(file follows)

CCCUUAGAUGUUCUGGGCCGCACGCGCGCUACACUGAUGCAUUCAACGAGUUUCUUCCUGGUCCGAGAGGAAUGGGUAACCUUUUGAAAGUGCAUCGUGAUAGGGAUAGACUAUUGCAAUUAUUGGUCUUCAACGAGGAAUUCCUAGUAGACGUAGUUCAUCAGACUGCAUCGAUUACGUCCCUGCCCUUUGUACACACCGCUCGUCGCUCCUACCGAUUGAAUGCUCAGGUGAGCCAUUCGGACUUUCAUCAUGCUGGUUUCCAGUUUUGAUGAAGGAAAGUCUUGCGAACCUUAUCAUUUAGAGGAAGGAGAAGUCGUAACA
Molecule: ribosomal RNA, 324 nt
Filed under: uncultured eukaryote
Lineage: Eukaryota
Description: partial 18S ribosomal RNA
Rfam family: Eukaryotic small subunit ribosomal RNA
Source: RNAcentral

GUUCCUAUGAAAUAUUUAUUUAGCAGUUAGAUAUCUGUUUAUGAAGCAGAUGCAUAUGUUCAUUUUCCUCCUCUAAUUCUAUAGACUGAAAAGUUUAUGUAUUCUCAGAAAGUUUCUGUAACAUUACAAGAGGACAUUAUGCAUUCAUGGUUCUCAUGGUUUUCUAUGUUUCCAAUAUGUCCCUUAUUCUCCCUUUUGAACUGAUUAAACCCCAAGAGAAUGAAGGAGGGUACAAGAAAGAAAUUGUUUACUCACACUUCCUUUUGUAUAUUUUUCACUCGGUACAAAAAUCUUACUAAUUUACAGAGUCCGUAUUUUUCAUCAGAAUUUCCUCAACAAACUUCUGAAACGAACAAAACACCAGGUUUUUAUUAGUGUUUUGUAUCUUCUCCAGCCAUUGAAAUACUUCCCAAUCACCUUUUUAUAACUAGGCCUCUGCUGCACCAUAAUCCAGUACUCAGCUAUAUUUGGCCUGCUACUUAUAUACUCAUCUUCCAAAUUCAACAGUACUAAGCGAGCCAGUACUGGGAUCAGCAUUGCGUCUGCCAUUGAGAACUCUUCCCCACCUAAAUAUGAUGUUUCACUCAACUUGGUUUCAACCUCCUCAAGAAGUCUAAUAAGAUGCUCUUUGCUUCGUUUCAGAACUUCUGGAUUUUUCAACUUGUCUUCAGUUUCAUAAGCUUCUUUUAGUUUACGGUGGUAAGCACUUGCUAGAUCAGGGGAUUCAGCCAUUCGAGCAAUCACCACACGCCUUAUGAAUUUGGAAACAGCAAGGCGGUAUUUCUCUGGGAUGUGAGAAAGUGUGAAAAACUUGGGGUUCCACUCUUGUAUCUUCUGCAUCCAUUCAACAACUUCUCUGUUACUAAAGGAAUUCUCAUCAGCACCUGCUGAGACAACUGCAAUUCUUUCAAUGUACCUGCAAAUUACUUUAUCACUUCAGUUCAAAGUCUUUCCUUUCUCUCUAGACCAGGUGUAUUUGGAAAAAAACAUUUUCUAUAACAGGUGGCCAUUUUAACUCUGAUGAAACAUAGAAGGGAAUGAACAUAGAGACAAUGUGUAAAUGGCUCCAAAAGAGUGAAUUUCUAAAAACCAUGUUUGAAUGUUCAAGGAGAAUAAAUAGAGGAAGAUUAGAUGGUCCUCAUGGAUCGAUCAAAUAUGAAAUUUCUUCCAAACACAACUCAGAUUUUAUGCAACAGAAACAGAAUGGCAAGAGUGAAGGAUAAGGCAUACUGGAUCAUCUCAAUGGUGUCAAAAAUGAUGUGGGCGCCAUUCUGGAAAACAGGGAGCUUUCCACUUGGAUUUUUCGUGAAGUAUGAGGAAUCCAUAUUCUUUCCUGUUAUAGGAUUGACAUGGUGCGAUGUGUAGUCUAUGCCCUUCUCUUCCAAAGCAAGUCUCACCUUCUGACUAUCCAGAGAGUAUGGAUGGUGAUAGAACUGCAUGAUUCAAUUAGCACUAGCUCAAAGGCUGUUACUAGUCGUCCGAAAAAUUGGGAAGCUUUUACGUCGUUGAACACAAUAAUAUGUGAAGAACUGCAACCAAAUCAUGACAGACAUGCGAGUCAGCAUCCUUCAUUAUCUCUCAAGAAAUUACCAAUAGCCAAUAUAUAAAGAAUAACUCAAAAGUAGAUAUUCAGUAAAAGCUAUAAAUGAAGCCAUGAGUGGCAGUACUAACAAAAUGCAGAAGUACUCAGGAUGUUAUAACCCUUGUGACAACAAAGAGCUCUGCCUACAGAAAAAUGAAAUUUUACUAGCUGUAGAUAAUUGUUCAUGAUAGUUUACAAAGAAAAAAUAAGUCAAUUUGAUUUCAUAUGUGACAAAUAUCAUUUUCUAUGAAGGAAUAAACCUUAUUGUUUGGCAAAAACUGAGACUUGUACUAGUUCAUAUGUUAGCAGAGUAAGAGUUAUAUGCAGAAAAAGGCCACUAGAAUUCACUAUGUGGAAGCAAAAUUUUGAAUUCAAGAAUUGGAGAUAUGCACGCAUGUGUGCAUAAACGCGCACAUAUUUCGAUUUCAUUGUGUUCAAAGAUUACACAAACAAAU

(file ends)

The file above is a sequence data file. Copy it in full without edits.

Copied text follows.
CCCUUAGAUGUUCUGGGCCGCACGCGCGCUACACUGAUGCAUUCAACGAGUUUCUUCCUGGUCCGAGAGGAAUGGGUAACCUUUUGAAAGUGCAUCGUGAUAGGGAUAGACUAUUGCAAUUAUUGGUCUUCAACGAGGAAUUCCUAGUAGACGUAGUUCAUCAGACUGCAUCGAUUACGUCCCUGCCCUUUGUACACACCGCUCGUCGCUCCUACCGAUUGAAUGCUCAGGUGAGCCAUUCGGACUUUCAUCAUGCUGGUUUCCAGUUUUGAUGAAGGAAAGUCUUGCGAACCUUAUCAUUUAGAGGAAGGAGAAGUCGUAACA
Molecule: ribosomal RNA, 324 nt
Filed under: uncultured eukaryote
Lineage: Eukaryota
Description: partial 18S ribosomal RNA
Rfam family: Eukaryotic small subunit ribosomal RNA
Source: RNAcentral

GUUCCUAUGAAAUAUUUAUUUAGCAGUUAGAUAUCUGUUUAUGAAGCAGAUGCAUAUGUUCAUUUUCCUCCUCUAAUUCUAUAGACUGAAAAGUUUAUGUAUUCUCAGAAAGUUUCUGUAACAUUACAAGAGGACAUUAUGCAUUCAUGGUUCUCAUGGUUUUCUAUGUUUCCAAUAUGUCCCUUAUUCUCCCUUUUGAACUGAUUAAACCCCAAGAGAAUGAAGGAGGGUACAAGAAAGAAAUUGUUUACUCACACUUCCUUUUGUAUAUUUUUCACUCGGUACAAAAAUCUUACUAAUUUACAGAGUCCGUAUUUUUCAUCAGAAUUUCCUCAACAAACUUCUGAAACGAACAAAACACCAGGUUUUUAUUAGUGUUUUGUAUCUUCUCCAGCCAUUGAAAUACUUCCCAAUCACCUUUUUAUAACUAGGCCUCUGCUGCACCAUAAUCCAGUACUCAGCUAUAUUUGGCCUGCUACUUAUAUACUCAUCUUCCAAAUUCAACAGUACUAAGCGAGCCAGUACUGGGAUCAGCAUUGCGUCUGCCAUUGAGAACUCUUCCCCACCUAAAUAUGAUGUUUCACUCAACUUGGUUUCAACCUCCUCAAGAAGUCUAAUAAGAUGCUCUUUGCUUCGUUUCAGAACUUCUGGAUUUUUCAACUUGUCUUCAGUUUCAUAAGCUUCUUUUAGUUUACGGUGGUAAGCACUUGCUAGAUCAGGGGAUUCAGCCAUUCGAGCAAUCACCACACGCCUUAUGAAUUUGGAAACAGCAAGGCGGUAUUUCUCUGGGAUGUGAGAAAGUGUGAAAAACUUGGGGUUCCACUCUUGUAUCUUCUGCAUCCAUUCAACAACUUCUCUGUUACUAAAGGAAUUCUCAUCAGCACCUGCUGAGACAACUGCAAUUCUUUCAAUGUACCUGCAAAUUACUUUAUCACUUCAGUUCAAAGUCUUUCCUUUCUCUCUAGACCAGGUGUAUUUGGAAAAAAACAUUUUCUAUAACAGGUGGCCAUUUUAACUCUGAUGAAACAUAGAAGGGAAUGAACAUAGAGACAAUGUGUAAAUGGCUCCAAAAGAGUGAAUUUCUAAAAACCAUGUUUGAAUGUUCAAGGAGAAUAAAUAGAGGAAGAUUAGAUGGUCCUCAUGGAUCGAUCAAAUAUGAAAUUUCUUCCAAACACAACUCAGAUUUUAUGCAACAGAAACAGAAUGGCAAGAGUGAAGGAUAAGGCAUACUGGAUCAUCUCAAUGGUGUCAAAAAUGAUGUGGGCGCCAUUCUGGAAAACAGGGAGCUUUCCACUUGGAUUUUUCGUGAAGUAUGAGGAAUCCAUAUUCUUUCCUGUUAUAGGAUUGACAUGGUGCGAUGUGUAGUCUAUGCCCUUCUCUUCCAAAGCAAGUCUCACCUUCUGACUAUCCAGAGAGUAUGGAUGGUGAUAGAACUGCAUGAUUCAAUUAGCACUAGCUCAAAGGCUGUUACUAGUCGUCCGAAAAAUUGGGAAGCUUUUACGUCGUUGAACACAAUAAUAUGUGAAGAACUGCAACCAAAUCAUGACAGACAUGCGAGUCAGCAUCCUUCAUUAUCUCUCAAGAAAUUACCAAUAGCCAAUAUAUAAAGAAUAACUCAAAAGUAGAUAUUCAGUAAAAGCUAUAAAUGAAGCCAUGAGUGGCAGUACUAACAAAAUGCAGAAGUACUCAGGAUGUUAUAACCCUUGUGACAACAAAGAGCUCUGCCUACAGAAAAAUGAAAUUUUACUAGCUGUAGAUAAUUGUUCAUGAUAGUUUACAAAGAAAAAAUAAGUCAAUUUGAUUUCAUAUGUGACAAAUAUCAUUUUCUAUGAAGGAAUAAACCUUAUUGUUUGGCAAAAACUGAGACUUGUACUAGUUCAUAUGUUAGCAGAGUAAGAGUUAUAUGCAGAAAAAGGCCACUAGAAUUCACUAUGUGGAAGCAAAAUUUUGAAUUCAAGAAUUGGAGAUAUGCACGCAUGUGUGCAUAAACGCGCACAUAUUUCGAUUUCAUUGUGUUCAAAGAUUACACAAACAAAU